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Can't afford a second - normal situation?

(30 Posts)
howaboutacuppa Sun 03-Nov-13 09:48:57

My DH and I have a DD just about to turn 1. We would like to have another baby without a very big age gap, but I cannot see how we will afford this. He works full time, in an average earning profession and I work 4 days as a teacher. DD goes to a childminder 4 days a week on a term-time only arrangement, and this costs us £560 on the most expensive months. We pay a fairly hefty (but normal sized) mortgage and I also pay off a car at £170 a month, I have 21 months left on this contract. Obviously we pay food, bills etc so by the end of the month there is little spare cash left. This is fine, we knew this would be the case but now we are discussing the possibility of a second, we are feeling very sad that we simply can't afford it.

Everywhere I look, people seem to be steaming on with their next child ,even if they are in similar jobs/houses to us and I don't understand how they are affording it? Am I missing something? Or is this just life, and do people just have more children that they can't afford and deal with it? What would others do in my situation? As I see it, I would have to wait until my DD is about to start school before I could have another child which ends up being an almost 5 year gap.

MsJupiterJones Tue 05-Nov-13 10:58:53

I know exactly how you feel, it is hard and you don't want to bring a child into the world irresponsibly.

We are waiting till dc1 is 18mo before ttc #2 as I figure 18m+9m(preg)+9m(ML) = free childcare hours! It took a long time to have him though and I'm 37 so part of me is really scared about waiting in case it takes a long time or I miss my chance altogether.

In the meantime we are trying to budget, save and live healthily and enjoy DS.

gourd Tue 05-Nov-13 11:26:25

It depends on whether the number of children you have is more important to you that how much time you spend with them. If you juggle childcare between partners a bit you could reduce your childcare costs (although your salary and pension will still take another huge hit whilst on maternity leave) but you will not see your children in the morning/evening if you are at work then due to sharing work/home time with partner. The whole family will never be together (for meals) except on days that neither of you work (for us this would be weekends). I value the daily family time we have all together to eat breakfast and tea every morning/evening (partly as this is the only time we get to do the speech therapy work we need to do with our child). I wouldn't like to sacrifice this daily time with our child, in order to have another child who I'd then not see as much, particularly as I already feel I don't have enough time with the one we've got! I know I will see my daughter in both the morning and the evening which keeps me going during the working week. Its also good to know that should she want to go horse riding or play an instrument in the future we can just about afford to pay for her to do that whereas we wouldn't be able do that for two children even if the childcare will cost less due to school/work hours.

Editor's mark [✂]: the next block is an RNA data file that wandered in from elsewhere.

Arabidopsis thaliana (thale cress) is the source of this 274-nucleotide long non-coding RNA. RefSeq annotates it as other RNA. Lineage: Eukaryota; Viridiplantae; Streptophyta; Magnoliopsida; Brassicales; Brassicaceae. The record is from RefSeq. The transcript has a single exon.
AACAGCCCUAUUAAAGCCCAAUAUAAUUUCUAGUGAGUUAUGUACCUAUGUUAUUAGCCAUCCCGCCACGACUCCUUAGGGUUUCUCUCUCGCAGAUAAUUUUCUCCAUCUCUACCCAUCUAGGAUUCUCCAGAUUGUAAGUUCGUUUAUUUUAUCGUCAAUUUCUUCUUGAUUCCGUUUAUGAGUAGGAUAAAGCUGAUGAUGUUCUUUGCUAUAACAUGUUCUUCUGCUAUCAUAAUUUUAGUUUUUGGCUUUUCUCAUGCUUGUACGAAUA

gourd Tue 05-Nov-13 11:32:20

As to how they afford it, you cannot compare. Every situation is different. You dont know if people have savings, inheritance from parents or grandparents/sale of another house, or whether they get free or subsidised travel from work, or whether they have free childcare from their parents or relatives. Our child care is half of my salary so it is a huge huge saving if you can get it for free. Plus some people choose to live on credit or very close to the red if not in it.

MummyLuce Wed 06-Nov-13 14:06:26

We have a second one on the way and although we have very little spare cash. It was was really important to us just to go for it and work the money stuff later... I guess our thinking was that our money situation wouldn't always be shit, but not having a second baby would be! I honk alot of people avoid childcare costs by not going back to work to be honest xx

Thurlow Wed 06-Nov-13 14:18:03

You sound just like us. DD is 21mo, most of my friends are having DC2, but at the moment we can't really afford it. There's no option at all for either of us to go p/t to try and reduce childcare costs, but anyway we have a commute into London so the cost of non-season ticket travel would be silly.

At the moment, after all the bills and childcare and travel, I have about the same amount left as would cover matching childcare for a second DC. Maybe £100-£200 left on a good month. Certainly nowhere near enough money to make it worth it.

If I left work, we'd probably be worse off. In theory we can run the house on just 1 salary but with absolutely no spare cash and very, very tight budgeting. I can be honest and say that is not the life I want out of choice for me, for DP or for DD.

I also don't want to leave work. If I leave work for 3-4 years, I have absolutely no idea how I would get back into the job market again, particularly in my sector. I'd be throwing away 5+ years worth of education and training. I would love to have another DC, but I'm not going to do that with the potential for me screwing up my working life for the next 20 years and having us live on the breadline. Not that I mean to say there is anything at all wrong with that decision, it's just not what I personally want to do.

We're holding off on DC2. Yes, in the long run I want another one, but I think we will wait until DD is nearly at school.

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